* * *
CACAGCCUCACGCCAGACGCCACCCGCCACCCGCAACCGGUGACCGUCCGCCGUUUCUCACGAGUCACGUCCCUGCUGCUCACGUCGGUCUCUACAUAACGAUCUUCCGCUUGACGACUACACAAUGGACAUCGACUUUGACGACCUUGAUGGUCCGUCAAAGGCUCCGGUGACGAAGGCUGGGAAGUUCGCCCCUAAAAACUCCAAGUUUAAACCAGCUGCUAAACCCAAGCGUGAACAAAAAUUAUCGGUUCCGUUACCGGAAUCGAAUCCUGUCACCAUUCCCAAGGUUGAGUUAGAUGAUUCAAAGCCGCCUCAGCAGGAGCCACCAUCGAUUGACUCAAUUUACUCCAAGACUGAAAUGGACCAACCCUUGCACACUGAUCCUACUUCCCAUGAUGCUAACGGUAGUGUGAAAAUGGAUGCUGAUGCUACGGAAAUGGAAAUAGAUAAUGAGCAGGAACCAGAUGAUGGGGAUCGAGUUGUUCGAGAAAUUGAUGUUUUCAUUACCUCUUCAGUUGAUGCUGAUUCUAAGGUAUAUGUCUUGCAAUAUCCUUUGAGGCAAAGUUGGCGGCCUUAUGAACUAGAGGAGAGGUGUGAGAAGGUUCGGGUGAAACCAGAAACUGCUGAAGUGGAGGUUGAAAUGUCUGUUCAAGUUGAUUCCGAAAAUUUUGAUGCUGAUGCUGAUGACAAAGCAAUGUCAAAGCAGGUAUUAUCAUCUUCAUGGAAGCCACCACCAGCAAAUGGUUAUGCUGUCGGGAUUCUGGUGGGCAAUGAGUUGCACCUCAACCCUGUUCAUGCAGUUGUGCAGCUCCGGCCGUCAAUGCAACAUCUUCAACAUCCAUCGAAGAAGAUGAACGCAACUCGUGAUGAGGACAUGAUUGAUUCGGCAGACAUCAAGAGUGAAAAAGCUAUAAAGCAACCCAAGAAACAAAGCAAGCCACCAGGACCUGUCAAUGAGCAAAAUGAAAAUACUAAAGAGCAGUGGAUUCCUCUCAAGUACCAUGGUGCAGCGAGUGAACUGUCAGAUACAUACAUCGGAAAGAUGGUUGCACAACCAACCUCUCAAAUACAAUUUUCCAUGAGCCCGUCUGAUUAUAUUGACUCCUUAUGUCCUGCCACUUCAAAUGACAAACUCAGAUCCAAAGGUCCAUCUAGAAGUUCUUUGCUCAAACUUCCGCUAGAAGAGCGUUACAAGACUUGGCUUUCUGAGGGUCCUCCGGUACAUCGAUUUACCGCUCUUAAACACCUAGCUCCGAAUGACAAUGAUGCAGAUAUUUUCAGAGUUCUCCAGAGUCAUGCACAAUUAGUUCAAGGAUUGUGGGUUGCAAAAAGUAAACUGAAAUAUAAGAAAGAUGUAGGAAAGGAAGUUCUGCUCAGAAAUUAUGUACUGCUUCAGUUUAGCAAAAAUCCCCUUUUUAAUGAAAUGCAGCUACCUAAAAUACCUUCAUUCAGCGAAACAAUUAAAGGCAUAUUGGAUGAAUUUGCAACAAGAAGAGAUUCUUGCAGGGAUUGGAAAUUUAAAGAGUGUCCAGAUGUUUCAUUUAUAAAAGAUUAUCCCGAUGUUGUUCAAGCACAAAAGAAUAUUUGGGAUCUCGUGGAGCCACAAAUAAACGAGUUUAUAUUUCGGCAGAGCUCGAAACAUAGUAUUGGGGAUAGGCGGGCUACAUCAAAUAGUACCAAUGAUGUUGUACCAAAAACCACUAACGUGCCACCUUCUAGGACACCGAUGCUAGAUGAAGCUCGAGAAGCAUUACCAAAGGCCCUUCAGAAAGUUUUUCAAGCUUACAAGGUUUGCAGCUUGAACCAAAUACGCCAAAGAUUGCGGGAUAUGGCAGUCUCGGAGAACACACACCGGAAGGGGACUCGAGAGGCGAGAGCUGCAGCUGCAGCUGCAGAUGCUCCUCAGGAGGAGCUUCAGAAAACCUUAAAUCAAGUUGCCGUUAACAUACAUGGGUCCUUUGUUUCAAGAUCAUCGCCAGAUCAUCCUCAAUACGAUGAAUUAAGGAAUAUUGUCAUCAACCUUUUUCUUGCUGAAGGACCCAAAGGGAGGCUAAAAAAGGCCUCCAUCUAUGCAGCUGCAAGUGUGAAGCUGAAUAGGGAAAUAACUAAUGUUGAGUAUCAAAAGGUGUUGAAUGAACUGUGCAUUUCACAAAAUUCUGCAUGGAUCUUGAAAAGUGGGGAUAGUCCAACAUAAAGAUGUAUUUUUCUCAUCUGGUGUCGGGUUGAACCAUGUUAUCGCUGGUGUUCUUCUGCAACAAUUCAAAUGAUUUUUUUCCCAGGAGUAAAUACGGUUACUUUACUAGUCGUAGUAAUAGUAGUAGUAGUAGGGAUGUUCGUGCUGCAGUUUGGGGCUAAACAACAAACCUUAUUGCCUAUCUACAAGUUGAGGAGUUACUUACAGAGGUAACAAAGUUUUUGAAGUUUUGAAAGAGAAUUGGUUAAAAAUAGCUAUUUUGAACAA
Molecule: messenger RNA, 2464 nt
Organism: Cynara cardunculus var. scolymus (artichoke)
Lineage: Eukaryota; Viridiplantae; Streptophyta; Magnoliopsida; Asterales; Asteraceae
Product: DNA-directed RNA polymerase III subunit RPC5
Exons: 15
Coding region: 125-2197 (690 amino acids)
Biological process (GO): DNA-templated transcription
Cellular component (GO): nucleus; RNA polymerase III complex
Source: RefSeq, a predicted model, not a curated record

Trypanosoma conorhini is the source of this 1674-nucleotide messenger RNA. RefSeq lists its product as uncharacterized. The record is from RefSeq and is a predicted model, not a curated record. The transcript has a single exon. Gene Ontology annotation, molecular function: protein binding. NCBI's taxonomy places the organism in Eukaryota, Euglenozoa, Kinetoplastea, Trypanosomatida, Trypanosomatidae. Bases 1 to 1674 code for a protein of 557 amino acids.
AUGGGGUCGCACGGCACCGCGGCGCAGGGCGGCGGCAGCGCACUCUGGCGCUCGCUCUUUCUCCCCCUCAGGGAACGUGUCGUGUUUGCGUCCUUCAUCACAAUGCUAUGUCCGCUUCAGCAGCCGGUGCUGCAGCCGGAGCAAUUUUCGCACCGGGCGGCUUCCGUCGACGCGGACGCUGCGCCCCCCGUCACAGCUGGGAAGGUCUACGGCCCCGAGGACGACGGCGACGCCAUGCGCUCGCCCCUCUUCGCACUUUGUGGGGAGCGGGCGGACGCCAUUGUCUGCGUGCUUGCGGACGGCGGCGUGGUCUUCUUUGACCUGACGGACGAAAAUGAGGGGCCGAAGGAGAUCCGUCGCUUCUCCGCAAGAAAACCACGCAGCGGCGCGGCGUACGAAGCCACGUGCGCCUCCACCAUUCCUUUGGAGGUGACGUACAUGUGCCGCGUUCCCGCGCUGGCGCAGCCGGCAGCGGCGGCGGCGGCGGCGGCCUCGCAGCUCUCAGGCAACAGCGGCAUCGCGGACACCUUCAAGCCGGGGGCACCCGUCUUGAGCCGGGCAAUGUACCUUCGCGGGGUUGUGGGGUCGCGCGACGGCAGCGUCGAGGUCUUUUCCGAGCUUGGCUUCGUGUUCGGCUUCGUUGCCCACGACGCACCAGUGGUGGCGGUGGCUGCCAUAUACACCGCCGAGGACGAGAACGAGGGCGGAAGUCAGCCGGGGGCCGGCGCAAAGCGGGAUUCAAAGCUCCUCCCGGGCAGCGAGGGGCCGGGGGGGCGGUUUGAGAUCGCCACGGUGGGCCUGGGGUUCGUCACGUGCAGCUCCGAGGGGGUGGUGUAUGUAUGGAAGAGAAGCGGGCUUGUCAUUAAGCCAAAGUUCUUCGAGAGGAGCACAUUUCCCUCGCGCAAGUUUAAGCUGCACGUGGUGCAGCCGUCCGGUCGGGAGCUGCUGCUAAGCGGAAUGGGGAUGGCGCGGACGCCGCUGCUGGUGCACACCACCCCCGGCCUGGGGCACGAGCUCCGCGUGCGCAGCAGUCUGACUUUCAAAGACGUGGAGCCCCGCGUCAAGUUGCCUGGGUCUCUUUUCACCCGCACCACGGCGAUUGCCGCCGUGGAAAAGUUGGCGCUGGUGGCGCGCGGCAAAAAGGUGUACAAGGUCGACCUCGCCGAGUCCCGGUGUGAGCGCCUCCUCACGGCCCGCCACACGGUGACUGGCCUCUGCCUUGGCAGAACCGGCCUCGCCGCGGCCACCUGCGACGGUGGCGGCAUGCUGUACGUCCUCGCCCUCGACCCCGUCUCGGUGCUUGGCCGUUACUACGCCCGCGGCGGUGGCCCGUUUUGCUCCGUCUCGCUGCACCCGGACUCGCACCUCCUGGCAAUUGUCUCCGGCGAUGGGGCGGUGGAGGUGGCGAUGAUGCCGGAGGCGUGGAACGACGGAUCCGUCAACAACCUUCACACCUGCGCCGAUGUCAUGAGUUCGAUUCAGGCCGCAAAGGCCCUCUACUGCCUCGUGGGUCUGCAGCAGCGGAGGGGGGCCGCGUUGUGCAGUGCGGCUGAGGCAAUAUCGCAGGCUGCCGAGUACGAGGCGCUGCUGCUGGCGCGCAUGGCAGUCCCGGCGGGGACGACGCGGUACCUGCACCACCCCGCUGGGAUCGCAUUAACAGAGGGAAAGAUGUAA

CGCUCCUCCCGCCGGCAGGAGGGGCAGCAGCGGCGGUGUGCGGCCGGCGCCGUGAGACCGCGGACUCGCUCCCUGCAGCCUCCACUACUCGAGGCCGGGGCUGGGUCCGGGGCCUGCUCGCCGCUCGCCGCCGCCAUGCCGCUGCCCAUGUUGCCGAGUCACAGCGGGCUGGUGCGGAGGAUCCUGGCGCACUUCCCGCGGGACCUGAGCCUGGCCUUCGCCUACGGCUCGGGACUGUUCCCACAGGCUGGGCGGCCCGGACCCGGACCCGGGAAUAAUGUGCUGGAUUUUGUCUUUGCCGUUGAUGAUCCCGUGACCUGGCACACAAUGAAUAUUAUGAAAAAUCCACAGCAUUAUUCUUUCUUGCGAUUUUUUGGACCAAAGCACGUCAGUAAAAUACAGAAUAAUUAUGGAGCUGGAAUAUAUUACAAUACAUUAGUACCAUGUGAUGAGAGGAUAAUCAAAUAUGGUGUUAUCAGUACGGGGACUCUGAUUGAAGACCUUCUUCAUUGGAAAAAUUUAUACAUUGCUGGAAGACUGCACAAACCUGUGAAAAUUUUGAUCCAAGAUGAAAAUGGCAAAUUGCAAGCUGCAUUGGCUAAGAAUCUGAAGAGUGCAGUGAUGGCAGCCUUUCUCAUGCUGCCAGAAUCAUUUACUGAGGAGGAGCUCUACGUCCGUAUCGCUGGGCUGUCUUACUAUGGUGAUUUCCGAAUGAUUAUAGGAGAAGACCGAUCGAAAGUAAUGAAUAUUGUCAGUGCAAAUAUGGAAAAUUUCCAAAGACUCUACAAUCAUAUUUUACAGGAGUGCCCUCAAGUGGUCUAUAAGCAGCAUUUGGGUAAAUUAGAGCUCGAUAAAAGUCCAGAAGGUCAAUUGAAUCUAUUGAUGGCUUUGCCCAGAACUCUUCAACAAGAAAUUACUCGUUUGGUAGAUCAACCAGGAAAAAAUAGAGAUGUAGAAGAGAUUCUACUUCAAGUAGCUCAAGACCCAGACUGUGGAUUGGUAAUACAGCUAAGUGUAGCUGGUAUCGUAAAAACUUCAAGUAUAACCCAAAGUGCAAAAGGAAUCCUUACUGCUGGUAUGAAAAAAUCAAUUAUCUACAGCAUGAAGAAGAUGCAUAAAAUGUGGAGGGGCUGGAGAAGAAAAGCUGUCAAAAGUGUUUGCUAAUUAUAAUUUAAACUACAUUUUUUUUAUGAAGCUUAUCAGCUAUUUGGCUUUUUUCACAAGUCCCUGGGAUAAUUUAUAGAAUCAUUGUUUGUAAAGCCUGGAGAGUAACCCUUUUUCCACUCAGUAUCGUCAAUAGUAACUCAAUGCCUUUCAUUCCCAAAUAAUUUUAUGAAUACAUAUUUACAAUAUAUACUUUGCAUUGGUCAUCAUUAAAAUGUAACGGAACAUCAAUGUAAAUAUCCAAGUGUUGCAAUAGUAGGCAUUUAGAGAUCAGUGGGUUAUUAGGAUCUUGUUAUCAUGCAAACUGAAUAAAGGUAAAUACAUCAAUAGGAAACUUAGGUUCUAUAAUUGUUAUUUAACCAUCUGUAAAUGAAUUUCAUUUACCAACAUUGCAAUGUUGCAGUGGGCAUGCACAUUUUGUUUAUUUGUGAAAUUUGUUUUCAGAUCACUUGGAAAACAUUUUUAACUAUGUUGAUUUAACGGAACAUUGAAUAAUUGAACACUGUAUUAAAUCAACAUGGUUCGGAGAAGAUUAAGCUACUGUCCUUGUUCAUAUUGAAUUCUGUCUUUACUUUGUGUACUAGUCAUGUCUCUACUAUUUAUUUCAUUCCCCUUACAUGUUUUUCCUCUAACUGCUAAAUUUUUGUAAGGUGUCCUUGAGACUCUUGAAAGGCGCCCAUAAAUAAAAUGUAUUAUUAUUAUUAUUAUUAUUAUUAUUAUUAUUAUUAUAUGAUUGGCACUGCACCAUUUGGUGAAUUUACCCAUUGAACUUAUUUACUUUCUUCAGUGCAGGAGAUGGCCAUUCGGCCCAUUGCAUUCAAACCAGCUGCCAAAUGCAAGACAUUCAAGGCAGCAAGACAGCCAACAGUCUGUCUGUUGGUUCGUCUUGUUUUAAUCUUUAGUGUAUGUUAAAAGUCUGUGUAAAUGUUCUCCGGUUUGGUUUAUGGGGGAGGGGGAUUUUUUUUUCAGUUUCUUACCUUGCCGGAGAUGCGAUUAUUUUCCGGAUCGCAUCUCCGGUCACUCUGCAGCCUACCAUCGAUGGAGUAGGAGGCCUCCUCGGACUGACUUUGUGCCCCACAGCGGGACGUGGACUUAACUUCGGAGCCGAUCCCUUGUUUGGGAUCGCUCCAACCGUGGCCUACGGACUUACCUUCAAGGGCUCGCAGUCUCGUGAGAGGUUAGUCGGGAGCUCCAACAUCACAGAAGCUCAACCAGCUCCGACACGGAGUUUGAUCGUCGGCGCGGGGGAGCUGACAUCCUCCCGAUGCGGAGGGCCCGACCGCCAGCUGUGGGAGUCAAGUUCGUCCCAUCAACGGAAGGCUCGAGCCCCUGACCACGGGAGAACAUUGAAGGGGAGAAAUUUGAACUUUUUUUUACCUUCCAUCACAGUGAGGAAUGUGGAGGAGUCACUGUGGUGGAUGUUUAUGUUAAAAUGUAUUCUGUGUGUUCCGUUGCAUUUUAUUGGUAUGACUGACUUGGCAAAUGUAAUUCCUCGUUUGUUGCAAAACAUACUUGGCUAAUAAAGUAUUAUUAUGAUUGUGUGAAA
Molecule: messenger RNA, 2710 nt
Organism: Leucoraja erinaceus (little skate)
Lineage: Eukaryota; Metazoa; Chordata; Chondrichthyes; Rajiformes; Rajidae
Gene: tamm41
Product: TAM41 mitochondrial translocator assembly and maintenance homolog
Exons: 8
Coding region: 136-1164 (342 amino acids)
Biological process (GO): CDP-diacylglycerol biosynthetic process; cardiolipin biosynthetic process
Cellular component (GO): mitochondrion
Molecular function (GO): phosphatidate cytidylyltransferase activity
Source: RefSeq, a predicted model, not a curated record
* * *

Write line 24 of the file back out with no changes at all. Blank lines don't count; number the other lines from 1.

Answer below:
Source: RefSeq, a predicted model, not a curated record